There’s usually that one “special” family member who makes things awkward at best and ridiculously offensive at worst during the holiday dinner circuit.
You know the type: that one person who finds homophobic, racist or sexist banter and jokes funny or endearing over turkey and usually after a few bottles of wine. The ones who apparently didn’t get the memo that it’s 2016 and that behaviour is definitely not acceptable anymore.
Maybe you only see this said relative once a year – and that’s already too much.
One Toronto equity and anti-oppression educator wants to make sure this behaviour doesn’t go unchecked this holiday season.
Rania El Mugammar – who has a family member herself with a habit of saying racist things – is organizing a workshop in Toronto this weekend to educate people on how to effectively address the issue without ruining the holidays.
“People are very sensitive about their families and afraid to disrupt the mood when prejudice and racial stereotypes happen. That’s not really OK,” El Mugammar said, according to Metro.
Called ‘Shut It Uncle Bob,’ the workshop will offer tips on how to handle hate at the family dinner table without ruining that sentimental feeling.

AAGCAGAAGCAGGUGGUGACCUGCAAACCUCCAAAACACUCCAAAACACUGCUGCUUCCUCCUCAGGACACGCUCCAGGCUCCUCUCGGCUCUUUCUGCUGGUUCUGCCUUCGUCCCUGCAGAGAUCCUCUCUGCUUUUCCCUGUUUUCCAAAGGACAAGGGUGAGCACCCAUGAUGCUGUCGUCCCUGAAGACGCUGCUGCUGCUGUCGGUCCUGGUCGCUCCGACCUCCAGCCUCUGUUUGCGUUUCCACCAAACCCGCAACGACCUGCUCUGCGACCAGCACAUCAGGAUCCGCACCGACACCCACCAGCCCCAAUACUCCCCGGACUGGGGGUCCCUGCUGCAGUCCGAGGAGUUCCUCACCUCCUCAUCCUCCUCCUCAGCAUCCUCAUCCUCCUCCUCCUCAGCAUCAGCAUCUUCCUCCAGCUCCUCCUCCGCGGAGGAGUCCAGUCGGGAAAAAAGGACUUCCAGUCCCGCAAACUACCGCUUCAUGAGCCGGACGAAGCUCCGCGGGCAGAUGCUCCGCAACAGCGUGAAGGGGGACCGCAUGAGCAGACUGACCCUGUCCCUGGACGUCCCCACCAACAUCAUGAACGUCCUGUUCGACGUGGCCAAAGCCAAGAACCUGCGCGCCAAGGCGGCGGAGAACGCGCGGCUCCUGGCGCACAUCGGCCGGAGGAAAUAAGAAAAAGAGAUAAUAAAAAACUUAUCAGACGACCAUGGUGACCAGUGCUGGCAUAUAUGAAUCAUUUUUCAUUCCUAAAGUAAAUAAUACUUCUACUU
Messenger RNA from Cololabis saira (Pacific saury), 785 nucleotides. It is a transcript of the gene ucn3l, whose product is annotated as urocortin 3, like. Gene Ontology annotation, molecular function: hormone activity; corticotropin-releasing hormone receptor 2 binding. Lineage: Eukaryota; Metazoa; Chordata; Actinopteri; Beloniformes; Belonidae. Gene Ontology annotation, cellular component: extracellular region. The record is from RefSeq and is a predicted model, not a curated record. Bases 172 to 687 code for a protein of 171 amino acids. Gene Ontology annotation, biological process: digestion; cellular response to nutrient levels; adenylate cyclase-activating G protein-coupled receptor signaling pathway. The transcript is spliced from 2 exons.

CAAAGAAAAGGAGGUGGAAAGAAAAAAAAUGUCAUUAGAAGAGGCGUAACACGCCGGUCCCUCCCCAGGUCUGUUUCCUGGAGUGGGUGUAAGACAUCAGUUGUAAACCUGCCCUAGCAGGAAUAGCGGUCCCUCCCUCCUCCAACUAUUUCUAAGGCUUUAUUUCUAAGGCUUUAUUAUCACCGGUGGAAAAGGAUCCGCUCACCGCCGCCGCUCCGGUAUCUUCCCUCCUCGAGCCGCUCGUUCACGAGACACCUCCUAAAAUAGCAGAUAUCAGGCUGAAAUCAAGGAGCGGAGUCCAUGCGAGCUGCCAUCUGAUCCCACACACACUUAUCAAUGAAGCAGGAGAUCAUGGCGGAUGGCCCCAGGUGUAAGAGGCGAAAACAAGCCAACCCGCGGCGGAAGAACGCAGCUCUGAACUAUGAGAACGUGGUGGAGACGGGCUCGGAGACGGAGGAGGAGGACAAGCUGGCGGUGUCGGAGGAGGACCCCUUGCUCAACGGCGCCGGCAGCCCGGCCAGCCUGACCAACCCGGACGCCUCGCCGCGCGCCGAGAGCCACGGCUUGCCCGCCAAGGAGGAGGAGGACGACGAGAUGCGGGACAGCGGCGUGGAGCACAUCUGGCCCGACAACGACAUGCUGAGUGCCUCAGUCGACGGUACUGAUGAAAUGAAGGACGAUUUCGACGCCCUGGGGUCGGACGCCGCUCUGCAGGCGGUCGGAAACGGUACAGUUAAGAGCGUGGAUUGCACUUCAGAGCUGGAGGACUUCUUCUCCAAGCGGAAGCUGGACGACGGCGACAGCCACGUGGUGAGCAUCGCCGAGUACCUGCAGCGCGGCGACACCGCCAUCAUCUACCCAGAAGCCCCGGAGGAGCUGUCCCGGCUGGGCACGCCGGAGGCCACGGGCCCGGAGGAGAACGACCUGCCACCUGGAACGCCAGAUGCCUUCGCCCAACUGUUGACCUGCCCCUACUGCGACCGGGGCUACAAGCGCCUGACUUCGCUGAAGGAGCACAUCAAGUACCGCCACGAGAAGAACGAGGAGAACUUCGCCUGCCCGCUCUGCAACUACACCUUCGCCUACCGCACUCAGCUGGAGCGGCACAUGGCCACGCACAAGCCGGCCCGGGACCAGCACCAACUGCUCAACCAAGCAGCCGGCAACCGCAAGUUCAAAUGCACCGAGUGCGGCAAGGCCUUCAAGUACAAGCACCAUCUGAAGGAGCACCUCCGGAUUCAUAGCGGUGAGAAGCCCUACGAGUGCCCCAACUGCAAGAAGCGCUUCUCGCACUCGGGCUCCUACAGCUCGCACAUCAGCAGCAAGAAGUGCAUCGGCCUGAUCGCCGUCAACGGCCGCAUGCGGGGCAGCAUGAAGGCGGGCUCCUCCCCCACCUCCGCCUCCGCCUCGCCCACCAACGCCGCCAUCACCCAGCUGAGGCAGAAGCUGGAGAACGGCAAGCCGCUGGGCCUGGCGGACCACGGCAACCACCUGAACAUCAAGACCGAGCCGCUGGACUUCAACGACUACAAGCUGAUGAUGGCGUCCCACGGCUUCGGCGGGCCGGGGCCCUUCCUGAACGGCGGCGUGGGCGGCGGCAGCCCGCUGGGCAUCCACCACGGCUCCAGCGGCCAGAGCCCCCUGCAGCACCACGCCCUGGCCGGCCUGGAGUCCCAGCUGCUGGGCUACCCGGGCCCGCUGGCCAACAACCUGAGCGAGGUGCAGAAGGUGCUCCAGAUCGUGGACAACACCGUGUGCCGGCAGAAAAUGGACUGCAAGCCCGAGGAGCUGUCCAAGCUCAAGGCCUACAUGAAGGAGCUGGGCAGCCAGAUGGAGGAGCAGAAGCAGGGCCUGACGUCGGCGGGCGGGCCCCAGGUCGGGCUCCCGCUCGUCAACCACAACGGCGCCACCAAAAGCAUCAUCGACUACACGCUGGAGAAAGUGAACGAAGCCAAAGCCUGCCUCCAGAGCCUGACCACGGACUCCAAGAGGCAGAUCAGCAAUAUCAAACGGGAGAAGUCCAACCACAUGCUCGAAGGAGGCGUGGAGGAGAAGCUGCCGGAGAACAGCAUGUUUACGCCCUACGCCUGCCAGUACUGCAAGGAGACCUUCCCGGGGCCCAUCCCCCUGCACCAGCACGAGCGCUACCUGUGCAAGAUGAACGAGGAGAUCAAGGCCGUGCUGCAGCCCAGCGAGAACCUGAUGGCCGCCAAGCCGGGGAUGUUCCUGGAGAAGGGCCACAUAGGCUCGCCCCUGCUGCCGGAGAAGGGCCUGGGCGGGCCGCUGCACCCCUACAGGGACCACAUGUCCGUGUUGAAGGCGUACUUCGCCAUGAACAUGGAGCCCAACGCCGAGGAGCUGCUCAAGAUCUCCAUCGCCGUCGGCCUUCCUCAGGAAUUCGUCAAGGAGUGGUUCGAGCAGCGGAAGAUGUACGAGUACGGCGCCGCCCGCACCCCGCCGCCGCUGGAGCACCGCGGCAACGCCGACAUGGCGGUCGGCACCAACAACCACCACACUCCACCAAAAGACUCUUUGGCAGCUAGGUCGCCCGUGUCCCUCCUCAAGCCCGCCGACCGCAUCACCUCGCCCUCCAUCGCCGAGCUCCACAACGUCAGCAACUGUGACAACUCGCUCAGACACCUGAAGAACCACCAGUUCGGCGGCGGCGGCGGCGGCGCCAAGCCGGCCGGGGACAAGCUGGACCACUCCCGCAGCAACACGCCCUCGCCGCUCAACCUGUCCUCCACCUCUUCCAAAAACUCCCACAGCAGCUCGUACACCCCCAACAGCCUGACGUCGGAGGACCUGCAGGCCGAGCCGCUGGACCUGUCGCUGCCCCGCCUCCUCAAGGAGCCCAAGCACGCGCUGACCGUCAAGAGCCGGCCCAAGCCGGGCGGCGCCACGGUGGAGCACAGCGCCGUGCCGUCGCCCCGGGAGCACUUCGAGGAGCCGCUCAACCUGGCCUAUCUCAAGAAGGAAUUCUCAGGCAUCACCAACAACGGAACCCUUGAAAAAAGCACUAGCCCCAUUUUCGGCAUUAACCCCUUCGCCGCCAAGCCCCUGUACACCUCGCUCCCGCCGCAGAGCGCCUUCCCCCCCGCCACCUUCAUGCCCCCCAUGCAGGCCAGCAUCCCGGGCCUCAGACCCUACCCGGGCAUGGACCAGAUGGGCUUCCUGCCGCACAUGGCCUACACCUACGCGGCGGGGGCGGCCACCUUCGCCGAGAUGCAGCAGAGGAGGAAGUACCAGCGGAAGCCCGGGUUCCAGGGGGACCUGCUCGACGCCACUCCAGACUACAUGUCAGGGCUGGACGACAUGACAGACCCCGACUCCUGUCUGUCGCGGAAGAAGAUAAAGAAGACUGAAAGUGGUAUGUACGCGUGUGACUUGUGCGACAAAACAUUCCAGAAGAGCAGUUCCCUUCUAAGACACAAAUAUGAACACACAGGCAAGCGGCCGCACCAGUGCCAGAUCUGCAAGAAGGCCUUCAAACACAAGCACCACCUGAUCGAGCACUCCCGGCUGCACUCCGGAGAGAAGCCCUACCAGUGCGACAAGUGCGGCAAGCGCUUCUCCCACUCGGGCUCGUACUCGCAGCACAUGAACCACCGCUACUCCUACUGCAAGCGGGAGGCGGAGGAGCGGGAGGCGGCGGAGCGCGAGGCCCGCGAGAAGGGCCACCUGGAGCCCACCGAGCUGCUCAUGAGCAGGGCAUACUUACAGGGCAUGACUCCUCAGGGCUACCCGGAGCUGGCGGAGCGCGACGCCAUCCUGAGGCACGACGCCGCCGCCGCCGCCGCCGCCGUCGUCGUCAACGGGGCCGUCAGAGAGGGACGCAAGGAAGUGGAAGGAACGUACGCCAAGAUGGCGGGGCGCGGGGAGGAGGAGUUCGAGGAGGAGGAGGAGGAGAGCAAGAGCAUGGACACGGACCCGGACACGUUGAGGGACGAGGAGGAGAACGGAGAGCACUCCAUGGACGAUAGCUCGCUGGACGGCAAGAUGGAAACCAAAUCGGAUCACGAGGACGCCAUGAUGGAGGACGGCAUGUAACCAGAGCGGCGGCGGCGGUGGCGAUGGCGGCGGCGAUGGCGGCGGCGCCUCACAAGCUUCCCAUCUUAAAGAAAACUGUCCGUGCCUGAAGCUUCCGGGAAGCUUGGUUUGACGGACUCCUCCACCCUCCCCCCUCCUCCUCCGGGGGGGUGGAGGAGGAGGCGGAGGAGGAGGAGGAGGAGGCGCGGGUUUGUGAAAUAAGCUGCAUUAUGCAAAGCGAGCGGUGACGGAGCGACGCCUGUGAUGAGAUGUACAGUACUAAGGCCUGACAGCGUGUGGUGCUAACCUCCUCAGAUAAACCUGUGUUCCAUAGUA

First and foremost, El Mugammar says the key is to speak up, but to avoid appearing perfect to others.
“You have to think of it as a seed-planting moment,” she said. “You’re only contributing to that person’s learning journey, so you don’t necessarily have to preach because that can lead to people being defensive,” she told Metro.
At a time when society seems to be moving backward when it comes to accepting and celebrating our differences, some people really need all the help they can get.
Shut It Uncle Bob takes place at 4 p.m. Sunday at CSI Regent Park. Find more information here.
In the meantime, you can find our no-fail (well, usually) ways to reduce family holiday stress here.